Entry requirements, fees and applying
A bachelor degree with a 2:1 (hons) in civil engineering or a related engineering, science or mathematical discipline where relevant subject areas have been studied.
If you have at least one year's relevant experience, bachelor degrees with a 2:2 (hons) in the above subjects will usually be considered.
We will also consider applications from professionally qualified and experienced candidates who don’t have formal qualifications.
All applicants will need to have GCSE English Language at grade C (4) or above, or an appropriate English language qualification.
We accept a range of international equivalent qualifications.
English language requirementsIELTS 6.5 overall, with no less than 6.0 in in any component. For other English qualifications, read English language equivalent qualifications.
Improve your English
International students who do not meet the English language requirements for this programme may be able to study our postgraduate pre-sessional English course, to help improve your English language level.
This pre-sessional course is designed with a progression route to your degree programme and you’ll learn academic English in the context of your subject area. To find out more, read Language for Engineering (6 weeks) and Language for Science: Engineering (10 weeks).
If you need to study for longer than 10 weeks, read more about our postgraduate pre-sessional English course.
How to apply
Applicants are encouraged to apply as early as possible for taught postgraduate programmes. The Faculty of Engineering will only consider applications made before the dates below, subject to places being available;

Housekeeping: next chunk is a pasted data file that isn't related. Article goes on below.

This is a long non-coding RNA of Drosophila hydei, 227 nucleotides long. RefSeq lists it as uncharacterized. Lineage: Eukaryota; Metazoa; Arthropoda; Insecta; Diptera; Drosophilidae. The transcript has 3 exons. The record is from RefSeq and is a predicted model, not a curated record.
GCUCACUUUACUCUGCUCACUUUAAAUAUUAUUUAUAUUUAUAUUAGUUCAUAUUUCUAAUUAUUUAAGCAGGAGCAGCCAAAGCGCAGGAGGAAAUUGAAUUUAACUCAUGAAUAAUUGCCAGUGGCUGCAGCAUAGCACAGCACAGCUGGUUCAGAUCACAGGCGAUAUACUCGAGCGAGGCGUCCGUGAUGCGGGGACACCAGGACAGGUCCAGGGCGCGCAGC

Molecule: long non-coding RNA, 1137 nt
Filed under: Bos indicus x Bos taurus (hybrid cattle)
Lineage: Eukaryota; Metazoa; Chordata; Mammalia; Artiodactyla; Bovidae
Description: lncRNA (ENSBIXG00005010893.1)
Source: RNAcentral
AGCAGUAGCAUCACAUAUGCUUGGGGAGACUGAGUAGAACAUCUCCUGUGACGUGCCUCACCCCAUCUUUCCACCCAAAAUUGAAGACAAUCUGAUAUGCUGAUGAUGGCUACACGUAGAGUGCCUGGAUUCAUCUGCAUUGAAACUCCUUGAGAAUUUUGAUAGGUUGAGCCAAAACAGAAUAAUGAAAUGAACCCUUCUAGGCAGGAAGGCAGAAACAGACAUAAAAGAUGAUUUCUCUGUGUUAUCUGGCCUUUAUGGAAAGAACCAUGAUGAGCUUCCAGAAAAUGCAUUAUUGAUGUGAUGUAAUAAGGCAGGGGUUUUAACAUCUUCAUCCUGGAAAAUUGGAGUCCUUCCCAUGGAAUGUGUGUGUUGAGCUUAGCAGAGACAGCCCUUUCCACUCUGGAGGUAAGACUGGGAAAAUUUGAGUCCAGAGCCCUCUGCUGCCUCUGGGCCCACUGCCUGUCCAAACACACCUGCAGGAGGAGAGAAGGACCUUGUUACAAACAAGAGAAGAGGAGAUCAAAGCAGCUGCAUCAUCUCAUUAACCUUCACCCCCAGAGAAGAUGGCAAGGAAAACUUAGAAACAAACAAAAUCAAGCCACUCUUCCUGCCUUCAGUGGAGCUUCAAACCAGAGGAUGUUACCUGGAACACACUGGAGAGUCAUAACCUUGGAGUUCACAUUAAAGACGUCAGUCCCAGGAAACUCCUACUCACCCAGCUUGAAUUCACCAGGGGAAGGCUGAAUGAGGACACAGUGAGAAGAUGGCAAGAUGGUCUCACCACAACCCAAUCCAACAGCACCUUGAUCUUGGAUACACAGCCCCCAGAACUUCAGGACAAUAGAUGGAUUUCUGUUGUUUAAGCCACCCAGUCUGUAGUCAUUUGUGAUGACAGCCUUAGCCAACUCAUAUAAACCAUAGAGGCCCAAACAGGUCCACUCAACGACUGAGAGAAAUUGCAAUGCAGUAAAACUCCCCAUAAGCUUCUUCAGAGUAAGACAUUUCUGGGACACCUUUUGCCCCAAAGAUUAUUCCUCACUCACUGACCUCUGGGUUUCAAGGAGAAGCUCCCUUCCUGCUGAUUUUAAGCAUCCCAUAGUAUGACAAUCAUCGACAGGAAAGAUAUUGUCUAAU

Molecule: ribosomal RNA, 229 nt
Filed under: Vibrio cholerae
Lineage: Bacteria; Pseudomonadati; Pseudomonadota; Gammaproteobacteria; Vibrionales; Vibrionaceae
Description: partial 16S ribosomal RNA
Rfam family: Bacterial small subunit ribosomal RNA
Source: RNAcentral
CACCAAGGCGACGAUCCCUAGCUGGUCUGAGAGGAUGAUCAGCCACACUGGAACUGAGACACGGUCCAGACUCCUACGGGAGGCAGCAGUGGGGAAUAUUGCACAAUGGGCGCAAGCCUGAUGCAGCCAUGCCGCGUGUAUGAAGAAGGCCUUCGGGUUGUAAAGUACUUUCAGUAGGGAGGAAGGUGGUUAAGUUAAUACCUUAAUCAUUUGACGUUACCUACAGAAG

31 July – International applicants
10 September - UK/EU applicants
This link takes you to information on applying for taught programmes and to the University's online application system.
If you're unsure about the application process, contact the admissions team for help.
Read about visas, immigration and other information in International students. We recommend that international students apply as early as possible to ensure that they have time to apply for their visa.
UK/EU: £10,500 (total)
International: £22,750 (total)
Read more about paying fees and charges.
Visit our Brexit page for the latest information on the effect of the UK's exit from the EU on current students and applicants to the University.
For fees information for international taught postgraduate students, read Masters fees.
Part-time fees are normally calculated based on the number of credits you study in a year compared to the equivalent full-time course. For example, if you study half the course credits in a year, you will pay half the full-time course fees for that year.
Additional cost information
There may be additional costs related to your course or programme of study, or related to being a student at the University of Leeds. Read more about additional costs
Scholarships and financial support
The School of Civil Engineering offer a range of scholarships for UK, EU and International students.
Find out more about our Scholarships.
You’ll have access to the wide range of engineering and computing careers resources held by our Employability team in our dedicated Employability Suite. You’ll have the chance to attend industry presentations, book appointments with qualified careers consultants and take part in employability workshops. Our annual Engineering and Computing Careers Fairs provide further opportunities to explore your career options with some of the UK’s leading employers.
The University's Careers Centre also provide a range of help and advice to help you plan your career and make well-informed decisions along the way, even after you graduate. Find out more at the Careers website.